by Rachel McCloskey
Smith came to Juniata from Fuquay-Varina, N.C., to play volleyball, and it is safe to say that he has not looked back since. Smith is a coach’s baby, which, of course, put a volleyball in his hand by the age of three or four. He also explained that volleyball is not a popular sport in North Carolina. But he defied the odds as former Head Men’s Volleyball Coach Kevin Moore scouted him in his junior year of high school at a USA camp to play college volleyball. Smith is the starting libero for the men’s volleyball team.
Once he got to Juniata, Smith says that he started to pick up on a hyper-masculine stereotype that some expected of male volleyball players. He started to realize that some people’s perceptions of him were wrong. Some envisioned him one way, but he made it clear that he was feeling a complete opposite way.
When I asked Smith, “What do you consider interesting about yourself?” the first thing out of his mouth was, “I am a gay, out athlete.” And I applauded him for being so proud and honest with me. I imagine that it could be a tough thing to do, as Smith and I had just met. It was refreshing to see his confidence and bravery shine though, considering how the media can sometimes portray out athletes. For example, Michael Sam, former defensive end for the St. Louis Rams, came out in 2014 and got some major flak from the American media, who called him things like an “American prima donna.”
With that being said, my next question for Smith was, “What were some of the thoughts and fears you had before telling your best friends/teammates?” and he responded with, “There were none.” He told the team in March of 2014, right before the conference tournament. Smith painted a picture in my head that I do not think I will ever be able to forget. “Once I said everything I had to say, the team rose to their feet and applauded me,” Smith said. How could anyone forget a moment like that?
Shannon Kriz, a sophomore soccer player, is also an out athlete at Juniata. When I spoke to Kriz about the subject, she was also very open and honest with me. “I do agree that Juniata is an open and accepting place, along with the atmosphere that my team provides, but I do not think that Huntingdon is an open and accepting place,” Kriz said. “When I am on campus, I feel as if I am in a bubble, but the minute I step off campus, it is like a whole other world.”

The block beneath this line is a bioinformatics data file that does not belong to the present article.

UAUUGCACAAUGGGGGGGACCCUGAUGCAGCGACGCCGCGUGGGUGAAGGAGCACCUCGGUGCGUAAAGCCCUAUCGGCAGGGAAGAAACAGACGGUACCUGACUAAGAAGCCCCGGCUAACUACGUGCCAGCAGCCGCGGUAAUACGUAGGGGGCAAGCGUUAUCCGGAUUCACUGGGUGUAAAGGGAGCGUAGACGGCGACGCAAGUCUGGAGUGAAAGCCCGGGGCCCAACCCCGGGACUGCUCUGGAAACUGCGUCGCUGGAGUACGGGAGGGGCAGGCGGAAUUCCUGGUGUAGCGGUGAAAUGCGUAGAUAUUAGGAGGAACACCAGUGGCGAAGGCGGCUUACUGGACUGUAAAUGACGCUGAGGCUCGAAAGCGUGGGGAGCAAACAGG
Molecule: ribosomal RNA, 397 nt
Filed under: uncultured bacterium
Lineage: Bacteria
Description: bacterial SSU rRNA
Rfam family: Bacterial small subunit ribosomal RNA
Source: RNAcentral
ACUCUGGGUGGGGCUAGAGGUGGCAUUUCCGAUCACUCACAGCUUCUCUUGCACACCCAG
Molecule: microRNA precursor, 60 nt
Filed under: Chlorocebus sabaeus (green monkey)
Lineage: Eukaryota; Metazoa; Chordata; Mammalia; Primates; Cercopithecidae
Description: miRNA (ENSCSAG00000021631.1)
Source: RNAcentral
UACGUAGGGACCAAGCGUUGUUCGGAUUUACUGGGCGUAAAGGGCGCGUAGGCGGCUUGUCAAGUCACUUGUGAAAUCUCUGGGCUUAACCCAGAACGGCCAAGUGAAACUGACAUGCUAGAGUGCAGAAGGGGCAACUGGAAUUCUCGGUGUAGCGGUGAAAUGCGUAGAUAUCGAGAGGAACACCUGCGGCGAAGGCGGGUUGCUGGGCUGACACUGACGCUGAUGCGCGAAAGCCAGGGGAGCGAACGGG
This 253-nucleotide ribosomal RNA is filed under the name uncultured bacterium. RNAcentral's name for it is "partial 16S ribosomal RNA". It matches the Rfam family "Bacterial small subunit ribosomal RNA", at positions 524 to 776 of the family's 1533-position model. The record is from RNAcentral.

Along with support and friendship, Smith talked a lot about respect. He explained to me that every single player on the volleyball team respects him undoubtedly. “When thinking about when I would tell the team, I just knew I had the right group of people surrounding me. I knew they would understand, and I found comfort in that,” Smith said.
In addition to volleyball, Smith enjoys getting in his car and simply driving to a destination he has never visited before, participating and supporting other sports and sporting events and music. “I started played the cello in sixth grade and continued through eleventh grade,” Smith said. Along with his interests outside of dominating on the court, his POE is management.
As this is my first “Humans of Juniata” column, I have an idea that I hope everyone enjoys. I am going to end each column with a quote from either the Juniata student or faculty member who is being featured each issue- but not just any ordinary quote. This quote will be something that they wish to be showcased.
“I have only one more thing to say,” Smith said. “If you are thinking about coming out, please, come talk to me! You would be surprised—not as many people are against it as you think.”
Categories: Volume 97 Issue 6 Campus Spin